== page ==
Many of the fictional representations of Germany and the German, e.g. some of the novels by John Buchan, played on the theme of the good and the bad German, a trope established around the turn of the century. Geoffrey Moss, on the other hand, wrote both about German victimhood and the Germans’ alleged lack of morality reflected in Berlin’s seedy nightlife. It is not quite clear why Storer decided to include the American writer Robert McAlmon, especially as he, more than others, focused on the expat community in a Berlin depicted as youthful and brimming with vitality. It is, of course, impossible for Storer to avoid completely the long shadow of Christopher Isherwood, whose pervading images of a crisis-stricken, tumultuous and fascinating Germany have come to dominate so much of our perception of the British imagination of Weimar.
In the final substantive chapter of the book, Storer explores reactions to National Socialism. He argues that references to National Socialism were few and far between before the mid-1920s. Morgan Philips Price, as the proud exception to the rule, did provide an early Marxist class interpretation of National Socialism depicting it almost entirely as a counter-revolutionary and reactionary movement. Further to the right, the former diplomat Harold Nicolson and the social reformer and historian W.H. Dawson as well as the Welsh nationalist Wyndham Lewis are presented as examples of British intellectuals who were attracted by the dynamism of the National Socialist movement and saw in it Germany’s chance for moral and political renewal. Most, however, like the Manchester Guardian correspondent Frederick Voigt, found the Nazis morally repugnant and denounced the movement. Yet many still underestimated the threat emanating from the Nazis.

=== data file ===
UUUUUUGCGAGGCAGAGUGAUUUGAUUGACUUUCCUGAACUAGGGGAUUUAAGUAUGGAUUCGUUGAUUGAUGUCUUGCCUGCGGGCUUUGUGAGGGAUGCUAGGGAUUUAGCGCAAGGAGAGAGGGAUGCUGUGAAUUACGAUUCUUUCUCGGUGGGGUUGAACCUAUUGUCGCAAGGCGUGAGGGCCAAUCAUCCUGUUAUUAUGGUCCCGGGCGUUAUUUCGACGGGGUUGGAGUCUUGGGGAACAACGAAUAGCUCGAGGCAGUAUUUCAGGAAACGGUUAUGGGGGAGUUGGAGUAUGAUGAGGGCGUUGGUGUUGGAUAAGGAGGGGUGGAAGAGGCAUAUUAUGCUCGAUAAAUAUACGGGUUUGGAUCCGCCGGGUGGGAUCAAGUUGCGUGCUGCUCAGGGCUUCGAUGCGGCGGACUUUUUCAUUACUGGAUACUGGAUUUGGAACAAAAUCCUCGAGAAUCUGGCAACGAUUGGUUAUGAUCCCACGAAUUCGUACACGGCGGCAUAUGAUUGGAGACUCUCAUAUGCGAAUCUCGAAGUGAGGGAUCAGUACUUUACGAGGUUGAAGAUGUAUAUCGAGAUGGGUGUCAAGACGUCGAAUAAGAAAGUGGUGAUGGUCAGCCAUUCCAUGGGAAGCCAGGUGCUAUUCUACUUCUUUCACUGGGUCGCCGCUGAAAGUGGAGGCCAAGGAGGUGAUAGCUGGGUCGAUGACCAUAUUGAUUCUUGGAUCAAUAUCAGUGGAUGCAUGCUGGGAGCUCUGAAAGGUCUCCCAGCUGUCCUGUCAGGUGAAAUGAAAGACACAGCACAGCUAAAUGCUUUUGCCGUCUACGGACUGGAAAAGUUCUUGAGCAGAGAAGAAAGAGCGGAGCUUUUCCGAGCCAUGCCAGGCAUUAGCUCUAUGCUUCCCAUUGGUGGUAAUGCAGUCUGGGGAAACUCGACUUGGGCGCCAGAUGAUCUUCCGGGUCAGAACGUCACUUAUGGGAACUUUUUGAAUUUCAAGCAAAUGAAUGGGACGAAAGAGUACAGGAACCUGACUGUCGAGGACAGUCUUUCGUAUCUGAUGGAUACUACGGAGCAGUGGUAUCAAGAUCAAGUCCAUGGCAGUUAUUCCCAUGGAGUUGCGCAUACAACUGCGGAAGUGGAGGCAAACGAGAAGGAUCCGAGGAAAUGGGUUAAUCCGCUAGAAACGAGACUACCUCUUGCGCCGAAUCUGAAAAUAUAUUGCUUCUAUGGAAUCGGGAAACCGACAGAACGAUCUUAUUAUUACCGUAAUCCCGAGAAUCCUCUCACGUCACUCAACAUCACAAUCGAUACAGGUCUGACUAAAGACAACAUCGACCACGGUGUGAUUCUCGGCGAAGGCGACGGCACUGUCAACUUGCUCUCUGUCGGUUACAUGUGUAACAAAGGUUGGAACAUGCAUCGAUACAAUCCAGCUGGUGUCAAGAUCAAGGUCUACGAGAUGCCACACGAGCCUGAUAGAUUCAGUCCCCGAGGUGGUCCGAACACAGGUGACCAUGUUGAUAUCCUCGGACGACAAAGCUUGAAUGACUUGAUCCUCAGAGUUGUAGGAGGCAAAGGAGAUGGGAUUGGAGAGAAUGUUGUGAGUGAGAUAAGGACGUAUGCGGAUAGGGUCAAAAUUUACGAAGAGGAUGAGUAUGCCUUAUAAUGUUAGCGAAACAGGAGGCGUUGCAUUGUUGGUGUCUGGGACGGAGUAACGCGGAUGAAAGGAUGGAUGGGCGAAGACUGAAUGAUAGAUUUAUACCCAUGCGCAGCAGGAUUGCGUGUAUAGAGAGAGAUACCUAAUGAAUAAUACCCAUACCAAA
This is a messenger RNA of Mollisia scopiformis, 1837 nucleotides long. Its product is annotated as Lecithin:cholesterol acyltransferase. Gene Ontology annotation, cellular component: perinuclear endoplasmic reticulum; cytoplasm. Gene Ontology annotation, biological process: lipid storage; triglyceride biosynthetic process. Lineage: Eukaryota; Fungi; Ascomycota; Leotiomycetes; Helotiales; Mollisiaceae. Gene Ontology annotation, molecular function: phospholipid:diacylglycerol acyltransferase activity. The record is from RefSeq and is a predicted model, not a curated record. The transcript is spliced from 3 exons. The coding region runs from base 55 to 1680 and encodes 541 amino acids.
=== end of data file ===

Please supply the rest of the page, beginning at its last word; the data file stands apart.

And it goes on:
Overall, the volume undoubtedly succeeds in showing that interest in Weimar Germany was widespread among British intellectuals and went well beyond the circles of Isherwood, Auden and Spender. Storer is convincing in his argument that the widespread Berlin-centric reception of Germany failed to appreciate the regional distinctiveness of Germany, as British visitors routinely underestimated the importance of German federalism. What they saw in Germany was, above all, a much freer and more dynamic society that could be chaotic and was crisis-ridden but appeared far more modern than their own native Britain. Although the criteria for the selection of British intellectuals is unclear and although many of the images presented here will be familiar to specialists in British-German relations during the Weimar period, the book still adds many important and valuable facets to the intriguing subject of the transnational reception of cultural and societal trends. It also includes a useful appendix with biographical notes on the intellectuals that figure prominently in the book.